Test scores to count toward students’ grades

Parents, be concerned. Be very concerned.

Your children are to be tested using standardized tests that are going to count in their final grades.

A letter was distributed to students last month from Baldwin High School Principal Catherine Kilborn announcing to parents that “during the 2013-14 school year, all students who are enrolled in Algebra I, Algebra II, Biology I, Expository Writing or U.S. History course will take the appropriate End-of Course Exam(s). The purpose of each End-of-Course Exam is to provide you, your child and your child’s teacher(s) with information about the extent to which your child has met the current standards required for the course(s) taken during the 2013-14 school year. Fifteen percent of your child’s final grade will be based on the results of the EOC exam.”

This comes as a shock to most of us – parents, students and teachers. That is because although we have endured Hawaii State Assessments despite our reservations about the meaningfulness of the tests, we were mollified knowing that the tests would not affect grade-point averages.

Apparently, no more.

“The news you deliver is disturbing,” said Jesse Hagopian on Friday. Hagopian is a nationally recognized Seattle teacher who led a boycott against standardized testing. He was keynote speaker last month at Hawaii State Teachers Association’s Institute Day at Maui High School. Hagopian has been traveling the nation to draw attention to the growing movement against standardized testing that is including teachers, students and parents. He also is crusading against teacher evaluations tied to standardized test results.

His rationale for opposing the national trend in mandatory standardized testing is multifaceted but most of it boils downs to fairness.

Standardized tests are not fair – not to teachers, students nor parents. They are not fair to schools struggling to meet the costs of basic educational needs. Further, they are not fair to taxpayers because, of course, school districts have to spend a great deal of taxpayer money on this testing. If, in fact, the results are largely meaningless, the money is wasted.

A large body of statistical evidence exists that disputes the validity of standardized test results, particularly if the results are to be interpreted as fair and accurate representations of student progress. But aside from the research and citations, the fallacy of using standardized testing for measurement of student progress and teacher effectiveness is simply a matter of common sense.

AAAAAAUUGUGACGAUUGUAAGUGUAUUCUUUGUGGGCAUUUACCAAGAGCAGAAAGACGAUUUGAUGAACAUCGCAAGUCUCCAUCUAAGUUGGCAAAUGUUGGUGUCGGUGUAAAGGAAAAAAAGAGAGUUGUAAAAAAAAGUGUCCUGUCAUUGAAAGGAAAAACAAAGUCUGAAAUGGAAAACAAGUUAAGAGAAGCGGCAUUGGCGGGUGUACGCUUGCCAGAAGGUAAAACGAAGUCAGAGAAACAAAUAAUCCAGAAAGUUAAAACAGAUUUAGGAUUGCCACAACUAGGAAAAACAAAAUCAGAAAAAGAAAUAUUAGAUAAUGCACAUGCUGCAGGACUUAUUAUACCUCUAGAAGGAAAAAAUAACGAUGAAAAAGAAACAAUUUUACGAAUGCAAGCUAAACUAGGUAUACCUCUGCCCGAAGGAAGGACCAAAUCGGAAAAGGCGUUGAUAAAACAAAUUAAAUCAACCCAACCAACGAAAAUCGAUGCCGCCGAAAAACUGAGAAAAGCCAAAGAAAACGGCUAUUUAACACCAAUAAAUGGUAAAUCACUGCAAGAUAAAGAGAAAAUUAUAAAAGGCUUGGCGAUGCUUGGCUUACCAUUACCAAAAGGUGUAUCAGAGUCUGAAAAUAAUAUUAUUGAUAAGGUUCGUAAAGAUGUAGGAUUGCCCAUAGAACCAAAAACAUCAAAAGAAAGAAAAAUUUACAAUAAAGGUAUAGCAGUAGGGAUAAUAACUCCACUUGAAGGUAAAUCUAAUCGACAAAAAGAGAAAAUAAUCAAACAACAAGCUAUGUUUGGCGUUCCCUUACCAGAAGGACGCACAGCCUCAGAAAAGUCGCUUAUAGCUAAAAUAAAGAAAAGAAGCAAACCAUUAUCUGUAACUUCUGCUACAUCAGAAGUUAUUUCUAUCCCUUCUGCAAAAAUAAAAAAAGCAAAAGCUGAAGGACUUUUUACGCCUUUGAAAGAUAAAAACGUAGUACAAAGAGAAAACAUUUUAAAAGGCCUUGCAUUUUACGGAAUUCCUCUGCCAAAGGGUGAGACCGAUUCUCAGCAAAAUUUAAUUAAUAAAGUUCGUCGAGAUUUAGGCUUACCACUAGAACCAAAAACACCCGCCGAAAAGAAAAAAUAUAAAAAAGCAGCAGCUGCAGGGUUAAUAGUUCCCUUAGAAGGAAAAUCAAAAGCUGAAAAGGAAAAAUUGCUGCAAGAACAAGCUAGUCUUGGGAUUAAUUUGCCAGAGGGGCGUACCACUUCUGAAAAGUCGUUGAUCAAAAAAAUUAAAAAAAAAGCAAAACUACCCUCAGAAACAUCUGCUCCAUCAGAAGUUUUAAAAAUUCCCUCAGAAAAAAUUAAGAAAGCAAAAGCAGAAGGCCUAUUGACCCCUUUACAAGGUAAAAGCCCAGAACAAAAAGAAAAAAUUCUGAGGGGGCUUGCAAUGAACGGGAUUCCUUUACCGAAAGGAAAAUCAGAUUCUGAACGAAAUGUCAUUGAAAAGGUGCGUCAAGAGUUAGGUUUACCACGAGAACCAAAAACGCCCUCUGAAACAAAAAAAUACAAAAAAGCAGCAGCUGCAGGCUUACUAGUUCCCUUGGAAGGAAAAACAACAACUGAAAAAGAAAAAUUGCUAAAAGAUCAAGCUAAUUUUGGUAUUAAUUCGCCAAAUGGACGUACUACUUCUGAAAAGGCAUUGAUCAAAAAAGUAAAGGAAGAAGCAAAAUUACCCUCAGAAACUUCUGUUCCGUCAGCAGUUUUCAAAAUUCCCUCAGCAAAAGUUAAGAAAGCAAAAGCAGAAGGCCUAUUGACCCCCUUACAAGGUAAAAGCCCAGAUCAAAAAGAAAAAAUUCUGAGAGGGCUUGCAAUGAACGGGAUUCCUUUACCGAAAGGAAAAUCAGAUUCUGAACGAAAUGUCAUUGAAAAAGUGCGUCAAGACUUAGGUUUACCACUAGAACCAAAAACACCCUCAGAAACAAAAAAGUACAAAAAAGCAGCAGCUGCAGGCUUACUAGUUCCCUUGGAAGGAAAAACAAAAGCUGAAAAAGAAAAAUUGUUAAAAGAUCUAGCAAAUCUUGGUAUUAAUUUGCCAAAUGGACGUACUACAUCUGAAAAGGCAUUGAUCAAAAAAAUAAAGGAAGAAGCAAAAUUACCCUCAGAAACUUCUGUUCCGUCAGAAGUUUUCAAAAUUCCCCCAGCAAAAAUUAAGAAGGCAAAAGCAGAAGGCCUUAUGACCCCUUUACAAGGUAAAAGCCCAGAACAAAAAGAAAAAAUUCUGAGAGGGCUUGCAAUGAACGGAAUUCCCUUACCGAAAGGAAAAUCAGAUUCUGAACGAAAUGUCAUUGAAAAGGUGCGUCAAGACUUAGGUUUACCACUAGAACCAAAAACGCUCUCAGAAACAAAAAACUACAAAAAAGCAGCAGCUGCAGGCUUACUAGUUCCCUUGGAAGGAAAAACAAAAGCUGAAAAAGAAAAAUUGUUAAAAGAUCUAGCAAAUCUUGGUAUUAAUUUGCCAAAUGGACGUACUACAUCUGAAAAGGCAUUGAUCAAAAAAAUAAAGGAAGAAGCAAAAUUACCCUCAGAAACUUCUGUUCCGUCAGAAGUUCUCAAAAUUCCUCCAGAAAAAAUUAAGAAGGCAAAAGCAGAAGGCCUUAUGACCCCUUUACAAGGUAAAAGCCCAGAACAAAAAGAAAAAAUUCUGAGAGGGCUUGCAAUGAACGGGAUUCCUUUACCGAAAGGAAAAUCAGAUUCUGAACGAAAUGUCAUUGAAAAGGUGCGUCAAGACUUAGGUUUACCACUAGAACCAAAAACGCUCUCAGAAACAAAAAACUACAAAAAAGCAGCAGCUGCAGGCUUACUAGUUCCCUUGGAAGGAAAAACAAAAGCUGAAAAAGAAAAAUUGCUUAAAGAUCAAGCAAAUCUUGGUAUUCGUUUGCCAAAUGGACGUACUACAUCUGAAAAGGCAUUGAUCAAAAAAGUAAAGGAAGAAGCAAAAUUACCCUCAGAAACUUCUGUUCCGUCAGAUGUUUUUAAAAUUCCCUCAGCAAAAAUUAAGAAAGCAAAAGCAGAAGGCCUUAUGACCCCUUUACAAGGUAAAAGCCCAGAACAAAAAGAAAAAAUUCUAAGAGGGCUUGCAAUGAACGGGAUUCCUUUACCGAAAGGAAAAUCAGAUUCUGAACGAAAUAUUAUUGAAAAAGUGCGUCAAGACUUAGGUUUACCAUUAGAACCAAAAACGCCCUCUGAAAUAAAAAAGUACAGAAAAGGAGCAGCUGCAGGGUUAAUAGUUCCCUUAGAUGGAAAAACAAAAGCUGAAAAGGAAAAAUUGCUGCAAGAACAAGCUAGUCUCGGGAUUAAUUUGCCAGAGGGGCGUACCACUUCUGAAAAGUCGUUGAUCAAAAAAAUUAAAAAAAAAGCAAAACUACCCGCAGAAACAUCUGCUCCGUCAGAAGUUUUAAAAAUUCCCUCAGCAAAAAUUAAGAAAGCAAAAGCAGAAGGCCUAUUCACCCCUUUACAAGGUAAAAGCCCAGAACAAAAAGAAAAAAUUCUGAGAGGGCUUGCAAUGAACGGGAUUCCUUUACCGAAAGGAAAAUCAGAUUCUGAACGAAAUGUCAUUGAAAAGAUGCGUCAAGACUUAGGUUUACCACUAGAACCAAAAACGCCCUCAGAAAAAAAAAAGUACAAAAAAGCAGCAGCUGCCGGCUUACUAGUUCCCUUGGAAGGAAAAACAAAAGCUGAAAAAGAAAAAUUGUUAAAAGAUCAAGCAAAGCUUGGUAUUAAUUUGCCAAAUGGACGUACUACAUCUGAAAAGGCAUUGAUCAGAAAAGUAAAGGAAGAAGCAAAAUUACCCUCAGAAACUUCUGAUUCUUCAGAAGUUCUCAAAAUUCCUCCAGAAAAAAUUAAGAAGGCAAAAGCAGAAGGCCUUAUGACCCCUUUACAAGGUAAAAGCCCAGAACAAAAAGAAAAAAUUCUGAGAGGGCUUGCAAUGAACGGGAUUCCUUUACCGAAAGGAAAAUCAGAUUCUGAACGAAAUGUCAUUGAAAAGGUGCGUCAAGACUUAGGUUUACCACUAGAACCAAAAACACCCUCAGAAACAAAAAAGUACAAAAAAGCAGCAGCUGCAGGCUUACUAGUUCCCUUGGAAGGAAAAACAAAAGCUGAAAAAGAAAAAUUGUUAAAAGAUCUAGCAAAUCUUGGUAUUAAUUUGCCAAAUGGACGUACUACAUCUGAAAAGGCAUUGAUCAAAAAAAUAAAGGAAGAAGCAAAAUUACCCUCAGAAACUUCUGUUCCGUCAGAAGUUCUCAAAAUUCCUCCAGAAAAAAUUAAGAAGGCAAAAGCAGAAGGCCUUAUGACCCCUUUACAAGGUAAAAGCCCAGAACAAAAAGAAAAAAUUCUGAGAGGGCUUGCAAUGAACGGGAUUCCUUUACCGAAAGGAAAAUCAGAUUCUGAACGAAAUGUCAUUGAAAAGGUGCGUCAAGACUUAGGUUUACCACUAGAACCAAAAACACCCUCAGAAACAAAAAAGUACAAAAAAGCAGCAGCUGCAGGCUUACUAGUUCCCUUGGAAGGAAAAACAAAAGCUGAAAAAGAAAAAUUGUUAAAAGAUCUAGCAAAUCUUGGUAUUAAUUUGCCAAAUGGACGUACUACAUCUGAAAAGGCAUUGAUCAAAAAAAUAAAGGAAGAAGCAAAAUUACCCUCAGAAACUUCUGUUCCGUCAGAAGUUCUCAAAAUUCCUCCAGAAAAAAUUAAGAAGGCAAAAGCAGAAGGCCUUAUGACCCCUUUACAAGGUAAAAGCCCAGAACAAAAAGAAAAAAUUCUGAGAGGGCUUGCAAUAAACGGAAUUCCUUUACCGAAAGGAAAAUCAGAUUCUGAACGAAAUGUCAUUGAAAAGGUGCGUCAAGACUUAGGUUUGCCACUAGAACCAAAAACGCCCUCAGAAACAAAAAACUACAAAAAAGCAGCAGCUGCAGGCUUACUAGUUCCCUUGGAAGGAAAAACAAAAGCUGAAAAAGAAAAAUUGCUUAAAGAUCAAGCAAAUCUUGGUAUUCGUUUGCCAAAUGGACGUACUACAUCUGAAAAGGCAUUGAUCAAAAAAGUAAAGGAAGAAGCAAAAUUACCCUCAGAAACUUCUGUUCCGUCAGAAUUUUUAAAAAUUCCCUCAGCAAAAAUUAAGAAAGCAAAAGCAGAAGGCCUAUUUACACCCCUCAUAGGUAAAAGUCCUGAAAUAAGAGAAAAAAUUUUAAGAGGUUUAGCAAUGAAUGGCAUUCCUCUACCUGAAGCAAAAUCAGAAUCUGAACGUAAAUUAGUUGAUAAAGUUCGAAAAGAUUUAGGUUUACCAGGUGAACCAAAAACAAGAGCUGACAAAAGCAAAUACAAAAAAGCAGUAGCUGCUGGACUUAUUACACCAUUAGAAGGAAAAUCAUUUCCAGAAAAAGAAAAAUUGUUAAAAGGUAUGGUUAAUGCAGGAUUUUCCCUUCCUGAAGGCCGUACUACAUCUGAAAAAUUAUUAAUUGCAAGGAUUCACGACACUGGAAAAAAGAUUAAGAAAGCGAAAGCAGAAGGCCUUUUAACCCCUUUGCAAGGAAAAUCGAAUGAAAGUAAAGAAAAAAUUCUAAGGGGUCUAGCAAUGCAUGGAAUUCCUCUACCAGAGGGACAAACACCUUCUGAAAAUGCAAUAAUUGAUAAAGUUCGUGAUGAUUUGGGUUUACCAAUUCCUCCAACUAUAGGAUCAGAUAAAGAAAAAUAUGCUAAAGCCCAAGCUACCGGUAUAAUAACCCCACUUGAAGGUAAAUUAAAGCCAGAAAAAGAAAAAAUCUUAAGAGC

Most teachers who have presided over HSA testing for the past several years can testify that the testing is haphazard and fraught with irregularities, including deficient computer networks, language problems, questionable questions and pressure on students to finish quickly so that another group of students can be herded in to take tests.

Worse, students are asked to answer questions on content that has not been taught. Repeat – has not been taught. Yet their answers are part of their scores.

Hawaii schools are transitioning to Common Core Standards this year. In general, teachers have not been familiarized enough with the new standards to incorporate them fully in their curriculum, yet students are being tested on them.

What is most incredible is that teachers are not supposed to teach to the tests. They cannot. They don’t make the tests.

Now the scores some call arbitrary are to be used for 15 percent of grades in core subjects. Concerned yet?

Asked if this is happening where he teaches, Hagopian replied, “No, these tests are not used in the grades in Seattle and I have never heard of this happening anywhere.

“You have to do everything you can to fight that,” he urged.

Those with concerns can let their voices be heard. A community meeting will be held at 5:30 p.m. Monday in Baldwin’s multipurpose building.

* Alan Isbell is a 4th-grade teacher at Wailuku Elementary School and the school’s head faculty representative for the Hawaii State Teachers Association.